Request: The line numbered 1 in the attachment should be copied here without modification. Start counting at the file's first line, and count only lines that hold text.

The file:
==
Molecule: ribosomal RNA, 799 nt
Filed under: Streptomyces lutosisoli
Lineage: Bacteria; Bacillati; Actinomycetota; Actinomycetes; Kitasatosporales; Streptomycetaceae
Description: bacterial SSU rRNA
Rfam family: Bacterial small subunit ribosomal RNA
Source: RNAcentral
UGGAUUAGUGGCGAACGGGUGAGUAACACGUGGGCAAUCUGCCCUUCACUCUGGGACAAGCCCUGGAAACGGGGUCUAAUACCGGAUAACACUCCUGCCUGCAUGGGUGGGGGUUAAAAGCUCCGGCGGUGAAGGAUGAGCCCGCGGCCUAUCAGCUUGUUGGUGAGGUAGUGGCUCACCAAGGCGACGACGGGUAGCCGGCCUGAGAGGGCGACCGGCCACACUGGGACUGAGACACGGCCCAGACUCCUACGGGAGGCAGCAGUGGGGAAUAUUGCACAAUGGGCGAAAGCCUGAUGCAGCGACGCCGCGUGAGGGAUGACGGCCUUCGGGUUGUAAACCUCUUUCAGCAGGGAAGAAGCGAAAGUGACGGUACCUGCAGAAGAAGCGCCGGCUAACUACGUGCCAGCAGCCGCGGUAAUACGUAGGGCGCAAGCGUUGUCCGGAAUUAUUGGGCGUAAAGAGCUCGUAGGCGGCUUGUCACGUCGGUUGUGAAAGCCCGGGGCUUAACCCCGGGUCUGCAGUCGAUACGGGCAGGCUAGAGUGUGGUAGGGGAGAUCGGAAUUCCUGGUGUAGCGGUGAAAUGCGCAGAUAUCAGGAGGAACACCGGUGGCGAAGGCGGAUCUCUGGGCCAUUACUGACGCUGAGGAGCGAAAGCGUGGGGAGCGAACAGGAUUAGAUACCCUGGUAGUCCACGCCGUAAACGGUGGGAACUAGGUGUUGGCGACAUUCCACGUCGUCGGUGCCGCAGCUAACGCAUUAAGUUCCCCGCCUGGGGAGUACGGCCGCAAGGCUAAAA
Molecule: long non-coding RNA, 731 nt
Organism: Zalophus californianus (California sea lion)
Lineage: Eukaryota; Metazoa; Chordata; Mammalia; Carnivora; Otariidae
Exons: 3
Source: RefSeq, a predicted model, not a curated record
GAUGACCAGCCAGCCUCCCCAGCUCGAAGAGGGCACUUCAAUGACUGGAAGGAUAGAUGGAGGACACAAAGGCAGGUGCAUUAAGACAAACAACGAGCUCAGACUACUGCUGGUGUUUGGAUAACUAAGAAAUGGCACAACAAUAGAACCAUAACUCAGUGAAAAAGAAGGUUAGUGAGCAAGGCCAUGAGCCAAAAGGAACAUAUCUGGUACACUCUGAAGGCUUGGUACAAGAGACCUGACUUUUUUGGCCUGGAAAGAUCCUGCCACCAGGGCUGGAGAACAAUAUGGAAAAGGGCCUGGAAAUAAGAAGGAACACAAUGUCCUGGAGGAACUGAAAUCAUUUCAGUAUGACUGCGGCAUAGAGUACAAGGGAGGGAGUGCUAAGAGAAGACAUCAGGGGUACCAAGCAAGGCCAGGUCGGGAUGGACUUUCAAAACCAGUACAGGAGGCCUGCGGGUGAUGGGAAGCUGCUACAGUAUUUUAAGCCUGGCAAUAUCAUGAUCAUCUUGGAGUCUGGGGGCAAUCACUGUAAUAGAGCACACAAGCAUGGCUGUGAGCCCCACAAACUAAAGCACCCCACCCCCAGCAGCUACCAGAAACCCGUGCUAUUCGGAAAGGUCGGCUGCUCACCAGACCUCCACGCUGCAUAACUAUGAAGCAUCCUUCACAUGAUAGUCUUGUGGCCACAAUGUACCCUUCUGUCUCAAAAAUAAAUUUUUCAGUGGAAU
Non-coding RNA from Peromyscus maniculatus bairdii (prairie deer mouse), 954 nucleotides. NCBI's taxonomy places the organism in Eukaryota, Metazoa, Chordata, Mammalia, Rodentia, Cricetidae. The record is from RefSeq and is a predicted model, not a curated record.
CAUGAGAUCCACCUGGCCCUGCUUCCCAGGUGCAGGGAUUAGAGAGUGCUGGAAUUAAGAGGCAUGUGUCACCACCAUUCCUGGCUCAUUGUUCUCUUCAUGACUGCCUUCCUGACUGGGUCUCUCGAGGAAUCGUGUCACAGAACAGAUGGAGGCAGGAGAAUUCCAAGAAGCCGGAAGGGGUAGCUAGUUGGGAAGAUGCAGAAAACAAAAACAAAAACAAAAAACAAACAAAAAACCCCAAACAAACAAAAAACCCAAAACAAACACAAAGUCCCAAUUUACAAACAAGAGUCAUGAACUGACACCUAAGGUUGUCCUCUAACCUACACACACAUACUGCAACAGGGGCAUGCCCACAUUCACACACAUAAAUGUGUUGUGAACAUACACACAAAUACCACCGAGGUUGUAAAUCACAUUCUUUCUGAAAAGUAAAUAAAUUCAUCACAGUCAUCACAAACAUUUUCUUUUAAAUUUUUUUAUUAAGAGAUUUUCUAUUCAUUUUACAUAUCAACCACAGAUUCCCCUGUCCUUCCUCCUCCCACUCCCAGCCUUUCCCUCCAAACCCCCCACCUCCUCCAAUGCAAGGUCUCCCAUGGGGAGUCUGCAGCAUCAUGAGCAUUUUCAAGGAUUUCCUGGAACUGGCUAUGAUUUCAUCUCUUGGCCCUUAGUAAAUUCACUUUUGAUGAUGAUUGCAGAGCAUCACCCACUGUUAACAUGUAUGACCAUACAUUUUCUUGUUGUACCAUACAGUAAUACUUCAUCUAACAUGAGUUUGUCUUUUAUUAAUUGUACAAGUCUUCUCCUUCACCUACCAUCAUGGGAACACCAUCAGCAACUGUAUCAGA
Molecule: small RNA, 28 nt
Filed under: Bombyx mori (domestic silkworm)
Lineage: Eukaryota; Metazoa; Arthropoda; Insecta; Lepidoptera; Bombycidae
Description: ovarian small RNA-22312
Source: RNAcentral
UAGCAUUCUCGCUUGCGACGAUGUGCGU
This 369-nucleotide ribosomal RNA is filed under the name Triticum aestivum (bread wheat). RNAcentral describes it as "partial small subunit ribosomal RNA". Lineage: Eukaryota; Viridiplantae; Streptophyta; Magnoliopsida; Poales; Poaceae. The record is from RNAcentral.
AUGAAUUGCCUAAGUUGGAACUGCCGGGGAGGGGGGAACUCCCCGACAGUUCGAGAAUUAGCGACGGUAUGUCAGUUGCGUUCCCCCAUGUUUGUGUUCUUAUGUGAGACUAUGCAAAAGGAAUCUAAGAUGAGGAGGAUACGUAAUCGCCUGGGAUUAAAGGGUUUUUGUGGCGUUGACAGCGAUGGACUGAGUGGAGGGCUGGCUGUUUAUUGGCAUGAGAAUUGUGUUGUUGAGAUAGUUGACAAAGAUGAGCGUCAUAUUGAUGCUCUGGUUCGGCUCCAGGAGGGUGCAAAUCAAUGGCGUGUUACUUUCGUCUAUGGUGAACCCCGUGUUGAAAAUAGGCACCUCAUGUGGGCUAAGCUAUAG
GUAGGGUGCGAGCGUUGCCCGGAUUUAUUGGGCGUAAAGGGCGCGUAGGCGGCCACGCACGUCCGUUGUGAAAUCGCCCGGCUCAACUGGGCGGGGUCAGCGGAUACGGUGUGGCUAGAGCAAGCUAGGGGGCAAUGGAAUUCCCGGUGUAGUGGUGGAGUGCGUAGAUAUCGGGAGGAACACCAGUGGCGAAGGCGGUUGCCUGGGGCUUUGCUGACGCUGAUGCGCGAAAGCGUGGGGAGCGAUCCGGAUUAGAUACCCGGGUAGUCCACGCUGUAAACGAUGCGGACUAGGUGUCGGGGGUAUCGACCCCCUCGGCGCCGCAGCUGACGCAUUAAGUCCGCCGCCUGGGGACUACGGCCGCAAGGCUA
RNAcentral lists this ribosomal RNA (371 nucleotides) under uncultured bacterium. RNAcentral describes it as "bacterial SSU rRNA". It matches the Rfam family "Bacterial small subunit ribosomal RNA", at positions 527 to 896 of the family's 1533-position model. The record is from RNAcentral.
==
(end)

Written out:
Molecule: ribosomal RNA, 799 nt